While most people know Keyhole Canyon as the popular little technical canyoneering route that involves a few short rappels, downclimbs, and cold swims through a dark subterranean slot, canyoneers typically only see the lower half mile of the canyon. Upstream from the canyoneering route is a beautiful open wash with expansive sandstone formations in all directions. A visit to Upper Keyhole Canyon is a fairly strenuous hike that may take between 3-5 hours depending on how thoroughly you want to explore the area, including a few tall and narrow side canyons near the head of the wash and a great view of the backside of the Jughandle Arch.
WARNING: This off-trail route involves a fair amount of navigation challenges as well as a few spots of Class 2/3 scrambling on loose rock with some exposure. This hike is not recommended for casual hikers with no wilderness or route-finding experience.
Similar to the Keyhole Canyon canyoneering route and the Jughandle Arch scrambling route, this hike starts along Route 9 road in the Upper East Canyon, roughly 3.5 miles east of the Zion-Mt. Carmel Tunnel (2 miles east of the small tunnel) or 2 miles west of the east entrance station. Note the contours in the road in the map below and park at one of the two pull-offs closest to the start of the route. Carefully walk along the road until you can see a large slickrock bowl to the north with a hoodoo formation at the top and a vertical ridge on the left. (See first picture on the photos page.) Hike up the bowl towards the hoodoo formation at the top, then scramble down left (west) of the hoodoo into Keyhole Canyon. The scramble down can be quite intimidating, especially with all of the loose sand stirred up from other hikers and canyoneers.
Once in the drainage, canyoneers looking to descend Keyhole Canyon would turn left and start hiking downstream, but to explore Upper Keyhole Canyon, we are going to turn right and head up-canyon. IMPORTANT: Keyhole Canyon downstream from the entry point is a canyoneering route that requires a permit and technical gear to descend safely. Do not wander down the canyon if you don't know what you are getting yourself into.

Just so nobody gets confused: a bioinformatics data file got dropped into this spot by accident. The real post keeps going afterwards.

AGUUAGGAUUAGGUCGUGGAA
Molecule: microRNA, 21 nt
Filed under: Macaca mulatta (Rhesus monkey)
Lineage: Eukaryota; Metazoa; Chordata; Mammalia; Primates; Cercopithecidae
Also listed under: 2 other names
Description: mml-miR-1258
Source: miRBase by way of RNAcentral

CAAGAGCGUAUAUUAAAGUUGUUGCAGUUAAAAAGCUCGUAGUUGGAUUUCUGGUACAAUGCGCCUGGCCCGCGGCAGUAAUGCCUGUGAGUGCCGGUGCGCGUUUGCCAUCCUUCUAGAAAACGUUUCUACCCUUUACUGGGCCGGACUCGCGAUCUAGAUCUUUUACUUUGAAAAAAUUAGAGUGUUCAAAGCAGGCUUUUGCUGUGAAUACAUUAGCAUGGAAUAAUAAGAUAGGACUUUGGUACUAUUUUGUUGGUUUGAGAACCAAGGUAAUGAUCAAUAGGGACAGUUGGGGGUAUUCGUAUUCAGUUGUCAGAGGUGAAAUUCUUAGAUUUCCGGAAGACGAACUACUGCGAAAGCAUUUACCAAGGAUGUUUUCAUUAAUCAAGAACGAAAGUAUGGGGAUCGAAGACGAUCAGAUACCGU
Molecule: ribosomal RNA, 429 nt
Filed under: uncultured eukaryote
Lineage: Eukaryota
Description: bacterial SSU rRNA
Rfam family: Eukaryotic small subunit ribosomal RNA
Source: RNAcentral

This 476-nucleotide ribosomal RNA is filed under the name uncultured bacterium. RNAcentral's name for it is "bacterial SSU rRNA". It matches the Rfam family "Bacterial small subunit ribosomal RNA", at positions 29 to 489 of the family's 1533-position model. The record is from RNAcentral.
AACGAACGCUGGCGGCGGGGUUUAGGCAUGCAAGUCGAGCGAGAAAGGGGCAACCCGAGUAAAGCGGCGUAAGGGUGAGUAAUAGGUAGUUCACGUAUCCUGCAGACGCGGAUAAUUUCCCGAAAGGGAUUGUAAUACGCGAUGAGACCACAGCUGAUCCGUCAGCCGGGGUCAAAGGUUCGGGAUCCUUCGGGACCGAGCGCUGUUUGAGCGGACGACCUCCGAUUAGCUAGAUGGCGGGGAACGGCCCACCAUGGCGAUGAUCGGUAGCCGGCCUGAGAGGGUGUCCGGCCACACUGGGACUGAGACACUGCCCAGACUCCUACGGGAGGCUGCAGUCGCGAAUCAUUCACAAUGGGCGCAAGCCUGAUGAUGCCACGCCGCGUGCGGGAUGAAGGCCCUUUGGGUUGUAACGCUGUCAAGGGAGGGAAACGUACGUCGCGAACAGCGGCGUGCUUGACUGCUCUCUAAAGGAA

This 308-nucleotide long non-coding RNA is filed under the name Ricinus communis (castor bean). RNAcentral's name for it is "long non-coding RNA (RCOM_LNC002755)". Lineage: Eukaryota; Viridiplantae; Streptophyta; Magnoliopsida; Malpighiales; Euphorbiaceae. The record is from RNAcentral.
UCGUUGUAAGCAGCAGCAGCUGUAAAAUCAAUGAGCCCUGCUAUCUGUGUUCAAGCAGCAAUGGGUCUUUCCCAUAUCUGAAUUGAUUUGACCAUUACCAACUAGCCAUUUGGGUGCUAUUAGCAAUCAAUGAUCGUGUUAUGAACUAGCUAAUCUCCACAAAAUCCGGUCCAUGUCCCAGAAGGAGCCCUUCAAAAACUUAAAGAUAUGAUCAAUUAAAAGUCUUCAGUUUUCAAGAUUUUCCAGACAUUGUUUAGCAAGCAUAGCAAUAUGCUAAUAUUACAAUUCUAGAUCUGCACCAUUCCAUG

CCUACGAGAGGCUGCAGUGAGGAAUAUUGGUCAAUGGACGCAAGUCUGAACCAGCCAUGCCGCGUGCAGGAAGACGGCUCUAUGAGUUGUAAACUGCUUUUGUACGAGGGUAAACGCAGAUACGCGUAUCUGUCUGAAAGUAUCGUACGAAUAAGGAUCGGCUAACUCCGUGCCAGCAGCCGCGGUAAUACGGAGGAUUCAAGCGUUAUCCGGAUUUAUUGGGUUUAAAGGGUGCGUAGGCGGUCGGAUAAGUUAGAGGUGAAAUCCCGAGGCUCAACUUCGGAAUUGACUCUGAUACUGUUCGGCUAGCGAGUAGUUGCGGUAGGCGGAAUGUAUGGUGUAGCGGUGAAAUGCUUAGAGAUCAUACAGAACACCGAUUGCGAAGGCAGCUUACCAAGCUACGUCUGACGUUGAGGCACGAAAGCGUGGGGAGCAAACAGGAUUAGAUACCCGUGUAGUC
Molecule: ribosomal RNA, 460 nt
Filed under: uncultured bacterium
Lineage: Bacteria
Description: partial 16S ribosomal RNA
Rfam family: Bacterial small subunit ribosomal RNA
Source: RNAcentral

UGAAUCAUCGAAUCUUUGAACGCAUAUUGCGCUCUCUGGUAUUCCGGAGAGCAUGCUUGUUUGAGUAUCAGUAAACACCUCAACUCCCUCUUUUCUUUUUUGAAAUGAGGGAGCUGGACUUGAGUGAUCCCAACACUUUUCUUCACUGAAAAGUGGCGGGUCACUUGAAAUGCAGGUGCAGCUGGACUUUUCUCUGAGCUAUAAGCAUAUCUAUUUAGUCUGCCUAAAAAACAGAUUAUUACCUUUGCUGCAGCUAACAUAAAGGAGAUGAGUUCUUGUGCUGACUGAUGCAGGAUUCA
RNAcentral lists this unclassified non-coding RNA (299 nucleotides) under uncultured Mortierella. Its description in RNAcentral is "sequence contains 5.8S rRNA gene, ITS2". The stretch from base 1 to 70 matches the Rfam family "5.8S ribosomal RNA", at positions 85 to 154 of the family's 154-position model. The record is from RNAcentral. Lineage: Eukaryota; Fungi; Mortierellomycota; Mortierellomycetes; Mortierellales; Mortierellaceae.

From the entry point, hike upstream through a short little slot section to an obvious and easy climb-out spot on the left. (Alternatively if the little slot is wet and you want to keep your feet dry, look for the alternate climbout spot just upstream and across from where you entered Keyhole Canyon. This scramble out is a fairly easy Class 3 climb over some loose sand and rock, but it may be slightly intimidating to some.) Once out of the drainage, follow the rim north keeping a respectful distance from the edge of the sloping slabs above Keyhole Canyon. A slip and fall could easily result in injury and the possibility of getting trapped in the depths of the upper slot.
After hiking north less than half a mile, you will find yourself in a wonderful open slickrock pantheon with the Keyhole Canyon drainage reduced to a shallow sandy wash. This is the easy hiking section of the route with beautiful bare sandstone waves and walls surrounding in all directions. Continuing up the wash, once you get close to the base of the Jughandle Arch, you will want to be on the left/west shelf above the drainage to pass into the more constricted upper section of the canyon.
In the secluded upper section, there are several side washes that beckon for exploration. The two to the east are particularly interesting with their soaring and narrow walls stretching high above. The side washes are littered with random obstacles, so take care and turn around when you have met your match. Near the head of the canyon is an interesting ramp to the east of the main drainage. A bit of strenuous uphill hiking and then a short and sketchy Class 3 scramble up some loose rock formations will get you to the top of a ridgeline with a wonderful view looking at the back side of the Jughandle Arch. While you will be denied access to the top of the rim, the view looking out of Upper Keyhole Canyon is pretty fantastic. Turn around when you have had your fill of random exploration.
After doing the standard Keyhole Canyon route for two decades and always wondering what the section of wash to the north looked like, I finally got around to exploring this area, and the scenery did not disappoint. Combine this with the Jughandle Arch route for a strenuous day of scrambling and navigating some challenging terrain. While this wash might not excite everybody, it should appeal to the lonely wandering soul.